“It’s been one hell of a year. I’ve been running around half crazy, trying to remember whatever it is Alexander (her psychiatrist) said I learned in the hospital the last time. Bob, I don’t even know. I just know that I’m coming unraveled and can’t seem to stop it. It’s been a whole year of Charles’ (her husband) running off and slamming doors when I need him. I tell him I’m sick and he says, “You’re telling me? I’m sick of your sickness.” And…bam…out the door.

He looked at me one night and said, “Cassie, you’re a loser.” Bob, when I stand on Judgment Day to hear myself condemned to hell, it will be no more devastating and irrevocable than Charlie’s “You’re a loser.” Forever defective. Forever doomed. No hope at all.”

Your Words Can Shape the World

Your words matter. As a leader, you shape the world and the reality of the people who hear your words. Just reflect upon it for a moment, God, who has had every right to yell at us, has shaped our reality by sending us an encouraging Word. God, who could yell and say, “I’ll love you when you get your act together,” did not spare his only son, but gave him up for us all. God’s encouraging Word is Jesus.

In the scripture for today, Jesus said to the crowd ready to stone the woman, “Whoever hasn’t sinned should throw the first stone.” I think these words are the most overlooked and dismissed in the story.  It is easy to miss the point of God’s grace.  I mean, it is just words. “Sticks and stones…but words…do great harm. So, are you ready? Are you able to go one day without saying something negative about another person?

If you are without sin, say your harmful and hurtful words. But, if you know God’s Word made flesh in Jesus, use “helpful words, the kind that build up and provide what is needed, so that what you say will do good to those who hear you.”

Respond

O God, thank you for your Word made human in Jesus. Forgive me when I forget how powerful your Word is in my life and I use words that hurt and harm. By your grace, give me clear thinking so that what I say will provide what is needed to help others become who you created them to be. Use my words as an instrument of your love and peace in the lives of the people you have given me to love and service. In Jesus’ name. Amen

Return

So, how did you do today? Were you able to go the whole day without saying something negative about another person? Give God thanks for the opportunities you have had today to love others as God has loved you. Where did you use encouraging words today? How were your words received? How were you aware of the words of others? What was said and how could it have been said differently? Think about this, your words reflect who you are and who you are is how you lead.

May I offer you an encouraging word today? You are leading during a very difficult time. There is disagreement and separation at every turn, and you are expected to offer hope in the midst of grief and pain. The reality is that people want leaders who offer hope. It is the kind of hope that brings reassurance and encouragement.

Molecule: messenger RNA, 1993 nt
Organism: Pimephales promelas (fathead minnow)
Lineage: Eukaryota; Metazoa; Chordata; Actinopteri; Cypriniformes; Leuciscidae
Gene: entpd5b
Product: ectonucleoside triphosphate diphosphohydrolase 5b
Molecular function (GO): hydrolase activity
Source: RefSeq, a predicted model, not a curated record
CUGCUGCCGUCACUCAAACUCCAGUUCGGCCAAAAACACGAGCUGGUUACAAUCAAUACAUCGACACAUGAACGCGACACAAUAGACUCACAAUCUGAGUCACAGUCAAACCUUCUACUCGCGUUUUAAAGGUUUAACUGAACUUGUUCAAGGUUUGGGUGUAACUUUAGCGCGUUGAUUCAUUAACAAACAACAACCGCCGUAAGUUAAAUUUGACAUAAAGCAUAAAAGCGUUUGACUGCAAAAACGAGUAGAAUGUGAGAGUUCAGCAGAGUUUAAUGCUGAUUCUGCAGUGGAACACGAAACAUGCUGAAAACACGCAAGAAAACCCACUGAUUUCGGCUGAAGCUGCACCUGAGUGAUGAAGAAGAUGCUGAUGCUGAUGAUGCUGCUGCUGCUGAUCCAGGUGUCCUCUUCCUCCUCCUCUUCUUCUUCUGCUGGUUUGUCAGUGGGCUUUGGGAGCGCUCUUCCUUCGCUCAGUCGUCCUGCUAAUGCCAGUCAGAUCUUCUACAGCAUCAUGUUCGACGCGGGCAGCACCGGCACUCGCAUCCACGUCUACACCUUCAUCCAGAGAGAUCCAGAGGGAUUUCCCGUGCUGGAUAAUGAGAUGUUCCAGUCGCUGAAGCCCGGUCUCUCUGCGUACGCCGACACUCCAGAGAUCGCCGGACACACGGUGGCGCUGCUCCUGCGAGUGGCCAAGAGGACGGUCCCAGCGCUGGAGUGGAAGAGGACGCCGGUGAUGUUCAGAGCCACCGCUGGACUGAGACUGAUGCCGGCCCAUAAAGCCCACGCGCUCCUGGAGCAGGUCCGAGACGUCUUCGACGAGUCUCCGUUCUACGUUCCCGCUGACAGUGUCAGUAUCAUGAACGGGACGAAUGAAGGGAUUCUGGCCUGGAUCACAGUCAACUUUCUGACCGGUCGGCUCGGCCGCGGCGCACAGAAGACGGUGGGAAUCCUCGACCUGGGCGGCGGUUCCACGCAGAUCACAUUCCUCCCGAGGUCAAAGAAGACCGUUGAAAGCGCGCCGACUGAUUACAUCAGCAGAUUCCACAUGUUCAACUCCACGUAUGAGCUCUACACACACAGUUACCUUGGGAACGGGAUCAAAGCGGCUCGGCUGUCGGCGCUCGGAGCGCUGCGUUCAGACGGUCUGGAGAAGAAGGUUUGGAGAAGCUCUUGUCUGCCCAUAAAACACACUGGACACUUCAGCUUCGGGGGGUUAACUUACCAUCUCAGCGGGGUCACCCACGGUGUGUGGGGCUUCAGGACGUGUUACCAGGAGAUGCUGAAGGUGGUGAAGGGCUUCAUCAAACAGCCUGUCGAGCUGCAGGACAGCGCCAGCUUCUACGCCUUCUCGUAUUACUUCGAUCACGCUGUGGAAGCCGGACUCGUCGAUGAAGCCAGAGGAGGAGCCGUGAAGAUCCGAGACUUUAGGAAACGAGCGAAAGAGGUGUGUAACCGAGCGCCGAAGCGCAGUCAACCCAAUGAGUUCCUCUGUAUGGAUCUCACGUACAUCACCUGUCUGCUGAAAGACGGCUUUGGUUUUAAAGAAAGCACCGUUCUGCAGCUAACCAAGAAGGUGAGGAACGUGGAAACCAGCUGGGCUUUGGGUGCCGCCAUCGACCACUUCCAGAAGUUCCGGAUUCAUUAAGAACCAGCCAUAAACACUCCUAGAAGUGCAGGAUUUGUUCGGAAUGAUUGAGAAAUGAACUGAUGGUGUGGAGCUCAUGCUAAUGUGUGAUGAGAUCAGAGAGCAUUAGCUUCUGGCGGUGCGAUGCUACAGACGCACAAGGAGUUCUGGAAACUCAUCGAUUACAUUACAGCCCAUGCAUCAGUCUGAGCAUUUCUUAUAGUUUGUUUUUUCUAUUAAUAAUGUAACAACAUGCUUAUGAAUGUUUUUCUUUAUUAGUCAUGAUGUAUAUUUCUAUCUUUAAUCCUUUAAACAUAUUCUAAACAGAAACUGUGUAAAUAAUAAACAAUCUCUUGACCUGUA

The Apostle Paul

So, may I offer you encouragement? Although this is a challenging time, there have been challenging times in the past. The apostle Paul faced a difficult leadership challenge in the church at Ephesus. It was a diverse church with a clashing of values much like today. There were Jews who had deep ethical standards. They were people who lived with strong religious and traditional values. There were Gentiles who had a different world view and a different set of strong values, different from the Jews. Paul addressed the challenge by teaching about new life in Christ, a life where Jews and Gentiles could live together in mutual respect and relationship. 

He grounded his teaching in love, agape. It was the kind of love that worked for the good and well-being of all persons, friends, family, strangers, and even enemies. His teaching has become part of the values of the Christian faith today. 

In the midst of the conflict, he wrote the following words:

Read Ephesians 4:29

Let no evil talk come out of your mouths but only what is good for building up, as there is need, so that your words may give grace to those who hear. (NRSV)

Do not use harmful words, but only helpful words, the kind that build up and provide what is needed, so that what you say will do good to those who hear you. (Good News Version)

Reflect

Let me offer encouragement to you and give you a tool for offering encouragement and hope to the people entrusted to your care.

Take a moment to think about the context in which you are leading. Picture in your mind one or two persons who need encouragement. These persons might be family, friends, church members, or persons who cause you pain and grief. Think of each person as someone who needs to experience God’s grace. Get a face in mind and a name on your lips.

Now, read and reflect on the following story*: 

There was a first-year teacher at Saint Mary’s School in Morris, Minnesota. She said she had thirty-four students who were all dear to her, but one student stood out. His name was Mark Eklund. She said he was one in a million. He was very neat in appearance with a happy-to-be-alive attitude that made even his occasional mischievousness delightful.

There was one thing about Mark: he talked incessantly.